Definition of table roll

This is the way a ball rolls when impeded by something on the table or a blemish in the cloth, often times regular players will remember certain rolls and play to them.

24 Random Essential Billiards Terms

Nickname for the nine ball, usually only used when playing the game 9-Ball.
Chiefly American: The short rail at the head of the table. Traditionally this is the rail on which the table manufacturer's logo appears. Compare bottom rail, baulk rail; contrast foot rail.
The full fifteen ball set of pool or snooker object balls after being racked, before the break shot (i.e., same as rack, definition 2, and triangle, defn. 2). Chiefly British today, but also an American usage ca. World War I.
This is placed on a ball by hitting it slightly below center. This action makes the ball travel in a motion against its originally hit direction.
Exact opposite of fast, all senses.
A type of safety shot in the middle of a safety exchange that is not intended to put the opponent in a difficult situation regarding their next safety, but rather played so as to not leave an easy pot on. A typical example in snooker, which sees the most shots of this kind, is a slow roll-up into the pack.
Netted or cupped pockets that do not return the balls to the foot end of the table by means of a gutter system or sloped surface beneath (they must instead be retrieved manually).
Describing a shot which requires one or more balls to be played off several cushions, such as an elaborate escape or a positional shot; "he'll have to send the cue ball round the angles to get good position."
Also known as Free-stroking. This is slang for when a player begins to play untroubled and relaxed because they have built up a substantial lead.
The angle at which a ball approaches a rail, as measured from the perpendicular to the rail.
The act of playing a devastating safety which leaves the opponent in a situation where it is very difficult or near impossible to make a legal hit on an object ball
Area on the corner of a carom table, which is defined by a line between the second diamond on the side rail and the first diamond on the end rail, where only three successive points are allowed before the object ball must be cleared out of the area.
This describes balls that are not able to be made in a pocket, either because they are high up on the table, in a different pocket, or in a cluster that makes the shot difficult. This condition of being out of play obviously exists on different difficulty levels.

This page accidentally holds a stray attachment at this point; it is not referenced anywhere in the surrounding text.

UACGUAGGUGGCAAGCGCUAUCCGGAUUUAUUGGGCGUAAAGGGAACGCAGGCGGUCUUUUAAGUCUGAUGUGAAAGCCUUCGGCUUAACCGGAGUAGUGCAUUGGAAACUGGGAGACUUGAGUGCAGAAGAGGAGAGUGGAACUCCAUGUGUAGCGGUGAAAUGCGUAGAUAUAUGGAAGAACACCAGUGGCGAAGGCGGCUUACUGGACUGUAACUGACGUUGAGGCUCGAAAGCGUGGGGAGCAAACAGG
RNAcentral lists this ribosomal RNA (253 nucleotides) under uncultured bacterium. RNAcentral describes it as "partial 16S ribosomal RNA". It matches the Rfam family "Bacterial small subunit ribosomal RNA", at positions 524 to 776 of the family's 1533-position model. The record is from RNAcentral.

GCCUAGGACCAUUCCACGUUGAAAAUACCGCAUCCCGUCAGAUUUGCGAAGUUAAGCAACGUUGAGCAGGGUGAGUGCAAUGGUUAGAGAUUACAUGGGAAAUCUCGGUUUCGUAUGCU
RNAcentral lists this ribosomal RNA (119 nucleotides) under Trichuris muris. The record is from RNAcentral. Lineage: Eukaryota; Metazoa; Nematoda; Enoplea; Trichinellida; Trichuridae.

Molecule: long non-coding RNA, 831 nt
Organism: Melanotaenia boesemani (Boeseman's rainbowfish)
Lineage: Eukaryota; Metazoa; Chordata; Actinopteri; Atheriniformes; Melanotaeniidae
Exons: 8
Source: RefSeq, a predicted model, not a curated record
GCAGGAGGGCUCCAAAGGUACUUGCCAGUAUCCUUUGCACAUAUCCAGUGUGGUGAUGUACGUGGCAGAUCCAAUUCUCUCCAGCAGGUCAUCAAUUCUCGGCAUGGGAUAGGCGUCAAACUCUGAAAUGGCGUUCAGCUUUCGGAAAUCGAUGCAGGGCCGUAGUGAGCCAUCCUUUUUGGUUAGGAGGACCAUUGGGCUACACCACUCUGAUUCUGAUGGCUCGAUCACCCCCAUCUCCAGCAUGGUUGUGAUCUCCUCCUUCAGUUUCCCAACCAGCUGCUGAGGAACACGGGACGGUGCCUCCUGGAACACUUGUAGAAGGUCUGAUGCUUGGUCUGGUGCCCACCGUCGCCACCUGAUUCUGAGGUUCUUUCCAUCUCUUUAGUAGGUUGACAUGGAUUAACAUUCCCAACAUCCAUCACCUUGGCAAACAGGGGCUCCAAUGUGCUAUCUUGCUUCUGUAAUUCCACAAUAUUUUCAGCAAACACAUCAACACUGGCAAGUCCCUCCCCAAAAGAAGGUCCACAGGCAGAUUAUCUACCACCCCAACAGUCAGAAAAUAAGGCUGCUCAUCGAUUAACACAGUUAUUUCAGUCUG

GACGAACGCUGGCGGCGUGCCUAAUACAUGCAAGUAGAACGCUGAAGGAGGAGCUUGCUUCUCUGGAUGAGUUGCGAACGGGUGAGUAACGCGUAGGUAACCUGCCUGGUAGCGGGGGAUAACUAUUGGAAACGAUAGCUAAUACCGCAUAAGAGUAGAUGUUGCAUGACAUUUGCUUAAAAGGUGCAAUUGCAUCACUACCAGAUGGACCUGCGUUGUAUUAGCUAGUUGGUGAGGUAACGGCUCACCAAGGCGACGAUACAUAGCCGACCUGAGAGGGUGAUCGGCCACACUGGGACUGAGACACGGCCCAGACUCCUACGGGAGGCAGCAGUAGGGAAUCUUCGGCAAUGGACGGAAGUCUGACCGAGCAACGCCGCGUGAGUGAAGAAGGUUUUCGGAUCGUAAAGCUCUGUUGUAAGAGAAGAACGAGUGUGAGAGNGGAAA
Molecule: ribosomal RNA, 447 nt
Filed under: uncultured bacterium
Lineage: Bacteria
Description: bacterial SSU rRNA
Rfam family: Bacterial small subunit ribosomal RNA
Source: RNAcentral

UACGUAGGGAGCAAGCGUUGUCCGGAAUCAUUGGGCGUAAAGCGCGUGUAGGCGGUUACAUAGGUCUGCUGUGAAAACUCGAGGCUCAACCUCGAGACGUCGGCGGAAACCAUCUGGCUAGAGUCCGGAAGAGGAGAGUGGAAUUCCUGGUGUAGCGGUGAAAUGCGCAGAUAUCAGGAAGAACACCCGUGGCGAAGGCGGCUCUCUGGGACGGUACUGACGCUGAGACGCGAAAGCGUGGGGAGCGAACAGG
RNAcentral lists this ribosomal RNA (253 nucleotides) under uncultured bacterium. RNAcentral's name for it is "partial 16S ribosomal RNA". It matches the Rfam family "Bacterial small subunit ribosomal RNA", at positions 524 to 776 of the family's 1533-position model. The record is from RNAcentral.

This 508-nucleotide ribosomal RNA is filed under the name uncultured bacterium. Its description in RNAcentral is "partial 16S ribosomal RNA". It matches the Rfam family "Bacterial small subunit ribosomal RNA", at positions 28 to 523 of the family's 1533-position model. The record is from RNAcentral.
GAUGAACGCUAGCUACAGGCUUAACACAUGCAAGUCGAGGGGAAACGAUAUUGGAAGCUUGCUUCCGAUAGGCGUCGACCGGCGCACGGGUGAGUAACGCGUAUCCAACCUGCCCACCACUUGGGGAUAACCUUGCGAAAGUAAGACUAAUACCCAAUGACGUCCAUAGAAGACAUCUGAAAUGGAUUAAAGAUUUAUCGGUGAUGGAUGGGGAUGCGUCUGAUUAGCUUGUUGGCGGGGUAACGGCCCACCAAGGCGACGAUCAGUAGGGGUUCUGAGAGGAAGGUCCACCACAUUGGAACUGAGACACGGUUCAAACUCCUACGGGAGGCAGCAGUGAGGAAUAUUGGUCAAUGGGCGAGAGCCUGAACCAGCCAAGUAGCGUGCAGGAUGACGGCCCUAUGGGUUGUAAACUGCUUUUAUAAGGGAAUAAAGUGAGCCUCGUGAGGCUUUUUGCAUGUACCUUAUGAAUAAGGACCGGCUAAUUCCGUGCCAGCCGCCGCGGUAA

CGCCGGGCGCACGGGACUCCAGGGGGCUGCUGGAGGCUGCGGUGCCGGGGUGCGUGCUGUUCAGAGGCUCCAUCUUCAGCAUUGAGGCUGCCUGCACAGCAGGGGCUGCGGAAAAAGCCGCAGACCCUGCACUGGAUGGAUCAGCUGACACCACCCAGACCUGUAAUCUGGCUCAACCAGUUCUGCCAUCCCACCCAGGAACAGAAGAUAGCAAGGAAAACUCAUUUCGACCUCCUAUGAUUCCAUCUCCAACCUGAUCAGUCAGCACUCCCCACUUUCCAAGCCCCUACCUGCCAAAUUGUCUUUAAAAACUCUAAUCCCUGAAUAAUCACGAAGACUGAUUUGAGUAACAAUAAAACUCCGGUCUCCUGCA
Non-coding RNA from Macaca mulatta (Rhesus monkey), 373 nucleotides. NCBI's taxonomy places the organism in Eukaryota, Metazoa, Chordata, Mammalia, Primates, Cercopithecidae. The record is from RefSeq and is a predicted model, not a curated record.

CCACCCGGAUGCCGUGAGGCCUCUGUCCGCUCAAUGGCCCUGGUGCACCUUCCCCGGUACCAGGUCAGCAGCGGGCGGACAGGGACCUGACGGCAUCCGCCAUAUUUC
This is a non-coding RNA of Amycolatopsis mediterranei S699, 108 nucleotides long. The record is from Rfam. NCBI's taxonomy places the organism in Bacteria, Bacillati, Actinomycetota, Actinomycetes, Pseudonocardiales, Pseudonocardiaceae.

This is the portion of the butt of your cue just below the handle or wrap. This portion of the cue is made separately and often times cored out to ensure the proper weight balance within the full length of the cue. This portion of the cue is usually made with exotic wood that matches the wood in the forearm or in the points on the forearm. This section is used to highlight the design of the forearm, sometimes a re-creation, a reverse, or a rendition of the same pattern on a smaller scale.
Slang for the cue ball.
A particular shot where the object ball hits or grazes another object ball on the way to its pocket or toward hitting yet another object ball.
This is when a mistake is made in the shot and the resulting contact between balls forces you to miss the shot.
See two-shot carry.
Hitting the object ball with too large of a cut angle; hitting the object ball too thin. It is a well-known maxim that overcutting is preferable to undercutting in many situations, as is more often leaves the table in a disadvantageous position on the miss than does an undercut. See also professional side of the pocket.
Shooting at an object ball that is already in motion at the moment of shooting and cue ball impact; illegal in most games and usually only seen in exhibition/trick shots.
To determine the order of play, players (representing only themselves, or teams) each simultaneously shoot a ball from the kitchen (or in British games, from the baulk line) to the end rail and back toward the bottom rail. Whichever shooter's ball comes to rest closest to the bottom rail gets to choose who breaks the rack. It is permissible but not required for the lagged ball to touch or rebound from the bottom rail, but not to touch the side rails. Lagging is usually a two-party activity, though there are games such as cutthroat in which three players might lag. In the case of a tie, the tying shooters re-lag. The lag is most often used in tournament play or other competitions. In hard-break games like nine-ball and eight-ball the winner of the lag would normally take the break, while in soft-break games like straight pool would likely require the loser of the lag to break, since breaking would be a disadvantage.
This is to win a game by pocketing enough balls before you opponent.
A predetermined, fixed number of games players must win to win a match; "a race to seven" means whomever wins seven games first wins the match.
Also striped ones, striped balls. The ball suit (group) of a fifteen ball set that are numbered 9 through 15 and have a wide colored bar around the middle. Compare bigs, highs, yellows, overs; contrast solids.